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Horses put down after EIA outbreak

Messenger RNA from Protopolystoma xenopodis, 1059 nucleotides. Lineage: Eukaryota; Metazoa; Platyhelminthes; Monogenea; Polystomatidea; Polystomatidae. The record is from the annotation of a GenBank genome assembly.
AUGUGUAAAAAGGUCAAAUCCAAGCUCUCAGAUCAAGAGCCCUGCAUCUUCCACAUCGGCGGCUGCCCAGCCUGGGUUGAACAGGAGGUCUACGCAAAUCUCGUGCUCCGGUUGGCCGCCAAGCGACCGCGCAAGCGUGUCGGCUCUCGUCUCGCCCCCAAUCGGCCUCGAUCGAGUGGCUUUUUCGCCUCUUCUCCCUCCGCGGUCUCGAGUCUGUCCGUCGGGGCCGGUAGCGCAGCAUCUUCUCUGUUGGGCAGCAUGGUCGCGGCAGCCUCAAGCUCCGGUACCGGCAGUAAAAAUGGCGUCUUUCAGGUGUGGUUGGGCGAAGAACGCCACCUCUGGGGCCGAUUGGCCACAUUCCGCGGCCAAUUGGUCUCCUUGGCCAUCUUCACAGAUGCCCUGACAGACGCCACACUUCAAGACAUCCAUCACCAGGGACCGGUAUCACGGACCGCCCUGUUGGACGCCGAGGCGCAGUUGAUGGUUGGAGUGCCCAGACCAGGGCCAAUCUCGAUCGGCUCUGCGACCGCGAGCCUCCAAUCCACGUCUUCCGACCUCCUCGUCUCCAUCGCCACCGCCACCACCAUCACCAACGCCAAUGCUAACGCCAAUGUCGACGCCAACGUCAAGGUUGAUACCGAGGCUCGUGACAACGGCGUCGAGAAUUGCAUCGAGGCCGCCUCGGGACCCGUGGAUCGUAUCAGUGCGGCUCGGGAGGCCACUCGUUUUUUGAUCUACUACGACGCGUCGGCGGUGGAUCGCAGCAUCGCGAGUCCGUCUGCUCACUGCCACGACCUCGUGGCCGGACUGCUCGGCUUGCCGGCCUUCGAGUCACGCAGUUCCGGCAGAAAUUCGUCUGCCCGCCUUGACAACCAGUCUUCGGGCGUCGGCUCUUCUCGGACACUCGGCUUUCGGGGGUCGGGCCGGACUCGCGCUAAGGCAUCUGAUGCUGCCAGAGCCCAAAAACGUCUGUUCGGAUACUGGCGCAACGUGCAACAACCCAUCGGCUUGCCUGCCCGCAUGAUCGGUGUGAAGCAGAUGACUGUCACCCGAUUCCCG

Three horses at a Lamar County facility have been put down and others are under quarantine after an outbreak of Equine Infectious Anemia. The horses which were put down were tested in another state then traced here after the tests were positive. Sheriff Brad White, whose investigators have been involved along with USDA and Georgia Department of Agriculture personnel, likened the disease to AIDS in humans. All the horses at the facility are now under a strict 60-day quarantine which will not be lifted until all the horse there test negative for EIA. The horses that were put down, termed reactors, were capable of spreading the disease. Owners of reactors have two choices. Horses can be put down or quarantined at least 200 yards from all other horses for life – a difficult proposition at best. The spread of the disease is possible but not likely. While insects like horse flies and deer flies can spread EIA, the most common source is shared needles between horses or plasma transfusions. State and federal authorities continue to monitor the situation but would not identify the facility where the infected horses were found. The Equine Disease Communication Center (EDCC) noted the local outbreak was discovered Aug. 6 after EIA surveillance trace. The local outbreak is the only one in Georgia over the last 90 days, according to EDCC.

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